The Canadian Radio-television and Telecommunications Commission (CRTC) has introduced a new policy that will encourage large telephone companies to rapidly adopt Internet Protocol (IP) throughout their networks. This shift will promote the development of innovative services for Canadians.
“The networks of the future will be primarily based on Internet Protocol,” said Konrad von Finckenstein, Q.C., Chairman of the CRTC. “We have established basic principles to ensure this technology becomes the industry standard for voice networks as quickly as possible. The industry was able to reach a consensus on many key issues during this proceeding, and we appreciate their commitment.”
At the moment, companies are at different stages in their adoption of IP. Large telephone companies have traditionally relied on voice circuit-switched technology (known as TDM) to transfer telephone calls to and from other service providers. Although they are gradually migrating their networks to IP, large telephone companies continue to rely on the older technology.
By comparison, companies that began offering telephone services in the last few years, such as cable companies and wireless providers, have built IP-based networks. At present, they are responsible for converting their IP telephone calls to the older TDM standard.
In areas where a large telephone company uses IP to transfer telephone calls to either an affiliated or unaffiliated provider, it must provide a similar arrangement to any other provider that asks for it. The CRTC is requiring large telephone companies to negotiate such arrangements within six months of a formal request.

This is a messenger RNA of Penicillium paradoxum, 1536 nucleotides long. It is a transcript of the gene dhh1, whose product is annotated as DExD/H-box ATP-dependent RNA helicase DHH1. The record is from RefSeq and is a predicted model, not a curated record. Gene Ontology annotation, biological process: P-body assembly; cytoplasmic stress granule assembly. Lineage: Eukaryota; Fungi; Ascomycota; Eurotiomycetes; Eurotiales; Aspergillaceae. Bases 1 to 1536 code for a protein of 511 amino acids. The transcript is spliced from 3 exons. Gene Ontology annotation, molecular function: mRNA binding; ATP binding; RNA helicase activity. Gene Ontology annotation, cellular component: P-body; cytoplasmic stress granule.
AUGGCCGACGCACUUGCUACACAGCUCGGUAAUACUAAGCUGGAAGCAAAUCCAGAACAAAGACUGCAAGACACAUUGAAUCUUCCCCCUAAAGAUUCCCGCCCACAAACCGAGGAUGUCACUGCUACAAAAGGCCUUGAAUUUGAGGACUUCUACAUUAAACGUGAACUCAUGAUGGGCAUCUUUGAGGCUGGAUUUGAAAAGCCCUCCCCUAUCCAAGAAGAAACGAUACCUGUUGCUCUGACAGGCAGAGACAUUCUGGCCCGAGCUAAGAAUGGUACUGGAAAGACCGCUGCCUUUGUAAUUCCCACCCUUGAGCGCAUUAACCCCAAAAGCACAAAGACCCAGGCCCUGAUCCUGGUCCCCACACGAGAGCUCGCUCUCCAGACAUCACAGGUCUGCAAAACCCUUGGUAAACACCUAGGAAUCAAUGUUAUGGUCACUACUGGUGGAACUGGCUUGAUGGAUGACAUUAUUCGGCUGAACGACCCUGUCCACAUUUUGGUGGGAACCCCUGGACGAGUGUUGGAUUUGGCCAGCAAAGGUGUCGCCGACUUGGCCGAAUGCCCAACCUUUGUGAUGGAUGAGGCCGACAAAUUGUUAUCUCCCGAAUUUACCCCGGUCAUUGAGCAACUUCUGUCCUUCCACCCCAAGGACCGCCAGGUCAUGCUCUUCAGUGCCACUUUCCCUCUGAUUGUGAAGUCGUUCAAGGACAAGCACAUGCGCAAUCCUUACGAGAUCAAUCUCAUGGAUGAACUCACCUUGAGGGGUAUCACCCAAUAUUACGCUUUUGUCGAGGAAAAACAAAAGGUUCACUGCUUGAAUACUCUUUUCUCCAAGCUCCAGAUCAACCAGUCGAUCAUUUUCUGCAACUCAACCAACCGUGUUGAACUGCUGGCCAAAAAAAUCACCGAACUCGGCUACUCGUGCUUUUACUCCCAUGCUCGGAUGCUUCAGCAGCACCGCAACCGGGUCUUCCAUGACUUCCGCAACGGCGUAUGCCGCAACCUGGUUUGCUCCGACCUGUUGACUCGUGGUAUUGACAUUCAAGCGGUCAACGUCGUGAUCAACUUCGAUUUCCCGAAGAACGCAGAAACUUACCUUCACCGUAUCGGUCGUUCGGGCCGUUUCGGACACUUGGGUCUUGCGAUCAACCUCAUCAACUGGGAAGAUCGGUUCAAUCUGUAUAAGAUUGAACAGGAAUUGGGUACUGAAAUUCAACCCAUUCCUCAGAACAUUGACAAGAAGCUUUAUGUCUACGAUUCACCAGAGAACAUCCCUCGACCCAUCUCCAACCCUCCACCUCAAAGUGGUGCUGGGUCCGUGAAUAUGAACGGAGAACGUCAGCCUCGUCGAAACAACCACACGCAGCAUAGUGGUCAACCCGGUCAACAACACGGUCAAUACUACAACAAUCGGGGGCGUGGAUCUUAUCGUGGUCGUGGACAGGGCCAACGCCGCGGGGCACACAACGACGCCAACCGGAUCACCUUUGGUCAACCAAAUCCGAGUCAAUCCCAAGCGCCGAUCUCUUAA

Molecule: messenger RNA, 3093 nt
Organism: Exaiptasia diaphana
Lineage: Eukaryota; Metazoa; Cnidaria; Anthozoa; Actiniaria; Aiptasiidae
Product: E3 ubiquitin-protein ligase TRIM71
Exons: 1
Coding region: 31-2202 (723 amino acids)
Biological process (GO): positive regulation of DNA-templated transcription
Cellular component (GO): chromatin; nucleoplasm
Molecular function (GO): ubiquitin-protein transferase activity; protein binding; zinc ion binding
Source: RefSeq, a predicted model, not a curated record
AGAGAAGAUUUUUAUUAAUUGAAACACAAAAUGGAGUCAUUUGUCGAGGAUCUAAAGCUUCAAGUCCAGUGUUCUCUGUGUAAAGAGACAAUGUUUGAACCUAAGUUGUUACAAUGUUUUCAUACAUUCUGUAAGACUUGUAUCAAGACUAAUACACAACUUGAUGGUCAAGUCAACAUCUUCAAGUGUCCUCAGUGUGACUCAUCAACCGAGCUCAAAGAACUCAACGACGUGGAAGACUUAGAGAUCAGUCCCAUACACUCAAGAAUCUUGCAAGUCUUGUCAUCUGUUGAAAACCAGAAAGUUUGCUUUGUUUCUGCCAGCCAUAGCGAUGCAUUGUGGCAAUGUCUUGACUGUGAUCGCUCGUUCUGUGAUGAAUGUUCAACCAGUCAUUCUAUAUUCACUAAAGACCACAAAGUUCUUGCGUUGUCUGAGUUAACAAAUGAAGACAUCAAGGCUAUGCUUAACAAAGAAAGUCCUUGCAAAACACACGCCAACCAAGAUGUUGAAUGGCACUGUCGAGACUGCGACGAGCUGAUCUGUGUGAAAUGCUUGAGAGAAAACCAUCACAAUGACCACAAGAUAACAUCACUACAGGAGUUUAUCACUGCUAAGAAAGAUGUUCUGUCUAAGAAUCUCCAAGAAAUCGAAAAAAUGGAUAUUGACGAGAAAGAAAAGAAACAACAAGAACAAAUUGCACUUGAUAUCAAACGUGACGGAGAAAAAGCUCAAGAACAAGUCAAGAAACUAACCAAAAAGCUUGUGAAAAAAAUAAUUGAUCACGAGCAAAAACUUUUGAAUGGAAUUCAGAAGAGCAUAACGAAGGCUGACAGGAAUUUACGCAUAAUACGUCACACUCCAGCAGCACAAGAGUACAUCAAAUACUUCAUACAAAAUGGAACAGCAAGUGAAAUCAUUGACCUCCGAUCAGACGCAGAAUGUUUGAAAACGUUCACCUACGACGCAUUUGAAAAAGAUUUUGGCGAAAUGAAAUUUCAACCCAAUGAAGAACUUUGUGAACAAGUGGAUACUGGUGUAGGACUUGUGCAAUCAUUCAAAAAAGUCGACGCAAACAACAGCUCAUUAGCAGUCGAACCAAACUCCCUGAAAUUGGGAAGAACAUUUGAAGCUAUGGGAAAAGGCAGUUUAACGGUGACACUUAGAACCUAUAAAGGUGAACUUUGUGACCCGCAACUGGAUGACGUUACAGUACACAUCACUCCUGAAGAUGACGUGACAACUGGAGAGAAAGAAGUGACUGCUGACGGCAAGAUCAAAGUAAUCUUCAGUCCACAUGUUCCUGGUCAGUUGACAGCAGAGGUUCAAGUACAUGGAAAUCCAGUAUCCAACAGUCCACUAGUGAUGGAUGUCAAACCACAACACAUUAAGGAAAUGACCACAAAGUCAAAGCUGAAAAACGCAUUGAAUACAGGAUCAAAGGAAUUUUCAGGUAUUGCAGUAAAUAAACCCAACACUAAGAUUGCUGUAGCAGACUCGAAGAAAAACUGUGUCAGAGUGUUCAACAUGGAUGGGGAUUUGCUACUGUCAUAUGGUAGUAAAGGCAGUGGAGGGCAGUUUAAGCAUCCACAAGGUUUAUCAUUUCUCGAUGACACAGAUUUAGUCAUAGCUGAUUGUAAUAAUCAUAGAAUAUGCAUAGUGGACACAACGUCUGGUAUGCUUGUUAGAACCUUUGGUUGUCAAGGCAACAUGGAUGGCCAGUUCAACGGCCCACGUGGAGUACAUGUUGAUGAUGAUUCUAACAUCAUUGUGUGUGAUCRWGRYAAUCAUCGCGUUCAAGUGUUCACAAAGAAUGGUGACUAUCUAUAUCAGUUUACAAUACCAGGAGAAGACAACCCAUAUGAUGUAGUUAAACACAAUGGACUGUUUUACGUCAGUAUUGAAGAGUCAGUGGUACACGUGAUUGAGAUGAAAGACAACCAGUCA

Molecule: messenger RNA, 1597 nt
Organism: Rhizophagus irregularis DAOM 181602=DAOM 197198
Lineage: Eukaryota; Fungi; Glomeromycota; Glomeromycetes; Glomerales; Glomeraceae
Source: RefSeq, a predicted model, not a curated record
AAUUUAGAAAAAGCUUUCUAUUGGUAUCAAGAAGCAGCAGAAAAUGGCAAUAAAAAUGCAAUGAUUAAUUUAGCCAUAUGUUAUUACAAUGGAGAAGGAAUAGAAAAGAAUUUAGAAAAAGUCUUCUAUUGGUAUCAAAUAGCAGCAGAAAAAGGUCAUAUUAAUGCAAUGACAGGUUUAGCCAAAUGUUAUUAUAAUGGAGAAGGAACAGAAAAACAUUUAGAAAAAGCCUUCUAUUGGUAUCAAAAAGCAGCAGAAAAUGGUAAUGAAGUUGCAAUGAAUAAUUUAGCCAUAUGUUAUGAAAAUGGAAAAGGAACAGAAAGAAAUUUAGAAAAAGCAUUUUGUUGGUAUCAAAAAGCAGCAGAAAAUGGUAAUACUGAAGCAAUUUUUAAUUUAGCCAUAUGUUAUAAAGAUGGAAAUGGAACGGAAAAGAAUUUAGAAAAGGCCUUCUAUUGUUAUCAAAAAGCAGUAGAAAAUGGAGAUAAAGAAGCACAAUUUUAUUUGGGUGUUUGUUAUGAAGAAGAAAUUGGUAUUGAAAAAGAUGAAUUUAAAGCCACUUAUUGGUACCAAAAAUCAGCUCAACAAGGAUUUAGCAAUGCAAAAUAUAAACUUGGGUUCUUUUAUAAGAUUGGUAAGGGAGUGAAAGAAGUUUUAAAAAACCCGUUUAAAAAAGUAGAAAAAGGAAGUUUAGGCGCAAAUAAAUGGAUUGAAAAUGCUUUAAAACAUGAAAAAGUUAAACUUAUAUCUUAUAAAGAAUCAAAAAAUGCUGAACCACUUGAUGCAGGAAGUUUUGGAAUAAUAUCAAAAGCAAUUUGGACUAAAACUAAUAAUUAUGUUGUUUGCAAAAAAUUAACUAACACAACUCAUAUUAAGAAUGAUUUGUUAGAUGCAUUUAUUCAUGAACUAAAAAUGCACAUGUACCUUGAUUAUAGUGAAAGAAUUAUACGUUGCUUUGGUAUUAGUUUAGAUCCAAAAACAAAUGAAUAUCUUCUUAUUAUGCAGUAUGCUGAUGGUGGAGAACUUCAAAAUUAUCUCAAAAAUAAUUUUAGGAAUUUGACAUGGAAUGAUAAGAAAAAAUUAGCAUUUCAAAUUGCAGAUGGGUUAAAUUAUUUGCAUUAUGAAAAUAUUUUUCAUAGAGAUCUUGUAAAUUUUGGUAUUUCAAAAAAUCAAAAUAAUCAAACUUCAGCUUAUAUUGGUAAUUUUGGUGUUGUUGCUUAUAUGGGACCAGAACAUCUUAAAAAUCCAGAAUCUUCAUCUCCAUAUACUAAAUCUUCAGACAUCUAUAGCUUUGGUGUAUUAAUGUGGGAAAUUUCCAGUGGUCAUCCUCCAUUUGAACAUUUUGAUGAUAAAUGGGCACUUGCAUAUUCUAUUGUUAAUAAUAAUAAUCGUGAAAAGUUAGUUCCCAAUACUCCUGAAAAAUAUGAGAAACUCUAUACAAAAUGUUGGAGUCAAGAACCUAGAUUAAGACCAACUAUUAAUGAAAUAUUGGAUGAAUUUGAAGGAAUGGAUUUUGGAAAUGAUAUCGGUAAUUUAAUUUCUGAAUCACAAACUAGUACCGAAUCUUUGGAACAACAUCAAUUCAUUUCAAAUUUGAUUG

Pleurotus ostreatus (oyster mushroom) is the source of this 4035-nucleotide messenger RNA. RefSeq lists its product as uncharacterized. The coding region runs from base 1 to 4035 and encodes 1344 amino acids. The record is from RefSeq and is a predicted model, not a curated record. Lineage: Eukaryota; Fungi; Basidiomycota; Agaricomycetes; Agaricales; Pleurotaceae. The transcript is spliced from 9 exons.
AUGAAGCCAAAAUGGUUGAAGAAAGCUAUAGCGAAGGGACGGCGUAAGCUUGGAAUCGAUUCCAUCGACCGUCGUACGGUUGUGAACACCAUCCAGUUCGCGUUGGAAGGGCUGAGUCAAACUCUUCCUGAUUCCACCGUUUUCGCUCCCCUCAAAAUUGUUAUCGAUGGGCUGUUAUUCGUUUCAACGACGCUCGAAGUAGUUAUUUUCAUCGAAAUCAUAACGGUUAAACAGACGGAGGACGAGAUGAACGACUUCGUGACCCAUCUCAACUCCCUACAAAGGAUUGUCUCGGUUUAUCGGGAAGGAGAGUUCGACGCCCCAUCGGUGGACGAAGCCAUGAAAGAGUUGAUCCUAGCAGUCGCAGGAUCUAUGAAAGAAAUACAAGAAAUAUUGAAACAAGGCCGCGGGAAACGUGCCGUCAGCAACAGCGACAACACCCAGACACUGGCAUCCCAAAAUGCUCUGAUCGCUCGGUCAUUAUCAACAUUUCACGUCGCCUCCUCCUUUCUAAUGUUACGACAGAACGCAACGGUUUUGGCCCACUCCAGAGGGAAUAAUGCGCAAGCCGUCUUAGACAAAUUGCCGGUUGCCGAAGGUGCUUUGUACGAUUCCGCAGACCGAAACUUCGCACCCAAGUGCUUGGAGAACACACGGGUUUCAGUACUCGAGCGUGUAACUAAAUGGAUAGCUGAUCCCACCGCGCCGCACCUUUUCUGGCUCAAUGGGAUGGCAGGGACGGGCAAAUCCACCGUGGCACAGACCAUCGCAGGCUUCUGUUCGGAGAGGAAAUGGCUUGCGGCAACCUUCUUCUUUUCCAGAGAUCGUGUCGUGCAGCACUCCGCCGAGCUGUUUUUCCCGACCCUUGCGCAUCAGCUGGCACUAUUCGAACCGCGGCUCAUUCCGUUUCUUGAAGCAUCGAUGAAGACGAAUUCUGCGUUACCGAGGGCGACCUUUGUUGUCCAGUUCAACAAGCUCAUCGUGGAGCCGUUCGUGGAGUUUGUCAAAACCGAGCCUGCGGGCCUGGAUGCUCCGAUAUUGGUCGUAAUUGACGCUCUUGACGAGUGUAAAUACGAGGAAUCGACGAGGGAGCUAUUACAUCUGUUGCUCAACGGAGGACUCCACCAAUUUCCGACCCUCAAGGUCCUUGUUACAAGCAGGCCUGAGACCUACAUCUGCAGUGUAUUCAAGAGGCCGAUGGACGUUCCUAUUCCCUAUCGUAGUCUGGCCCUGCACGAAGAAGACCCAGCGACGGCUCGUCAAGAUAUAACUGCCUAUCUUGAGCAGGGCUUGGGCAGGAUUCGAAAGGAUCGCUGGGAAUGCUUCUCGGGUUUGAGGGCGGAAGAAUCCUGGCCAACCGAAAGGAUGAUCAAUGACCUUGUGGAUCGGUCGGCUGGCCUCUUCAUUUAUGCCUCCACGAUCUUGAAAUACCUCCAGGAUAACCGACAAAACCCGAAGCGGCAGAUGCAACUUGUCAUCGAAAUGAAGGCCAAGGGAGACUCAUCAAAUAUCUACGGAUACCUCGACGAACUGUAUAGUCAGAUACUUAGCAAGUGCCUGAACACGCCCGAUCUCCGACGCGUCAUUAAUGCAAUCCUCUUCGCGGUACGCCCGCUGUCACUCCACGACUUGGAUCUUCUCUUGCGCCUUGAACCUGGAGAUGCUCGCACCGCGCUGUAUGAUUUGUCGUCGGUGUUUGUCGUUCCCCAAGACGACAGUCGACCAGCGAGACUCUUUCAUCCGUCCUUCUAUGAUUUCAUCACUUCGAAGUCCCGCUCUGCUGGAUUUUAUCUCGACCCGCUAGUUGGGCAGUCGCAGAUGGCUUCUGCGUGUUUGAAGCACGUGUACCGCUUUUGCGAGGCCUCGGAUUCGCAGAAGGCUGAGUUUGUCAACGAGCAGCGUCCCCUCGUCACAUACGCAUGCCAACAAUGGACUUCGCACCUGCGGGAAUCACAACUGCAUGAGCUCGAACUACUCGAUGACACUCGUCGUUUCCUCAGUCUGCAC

The CRTC has also simplified the rules under which the costs of transferring telephone calls between a wireless and a wireline provider are shared. A key point was the different obligations between independent wireless providers and those that are affiliated with a larger communications company. Currently, independent providers are responsible for paying the entire cost unless they allow alternative long-distance providers access to their networks.
Under the CRTC’s new policy, wireless providers will no longer be required to give this access to alternative long-distance providers since they already offer a variety of plans and Canadians can choose from other long-distance options, such as prepaid cards and local access numbers. These changes will reduce costs for many wireless providers, particularly for those that have recently entered the Canadian wireless market, and level the playing field between independent providers and those that are affiliated with a larger communications company.
Today’s decision follows a proceeding that included a public hearing that was held in Gatineau, Que., from October 24 to November 1, 2011.
By the end of the month, the CRTC will have completed a comprehensive review of its major telecommunications regulations. This exercise was launched in response to the government’s policy direction to rely as much as possible on market forces, and today’s decision represents one of the last steps. During the last five years, the CRTC has deregulated many segments of the telecommunications market and reduced the scope of existing regulations.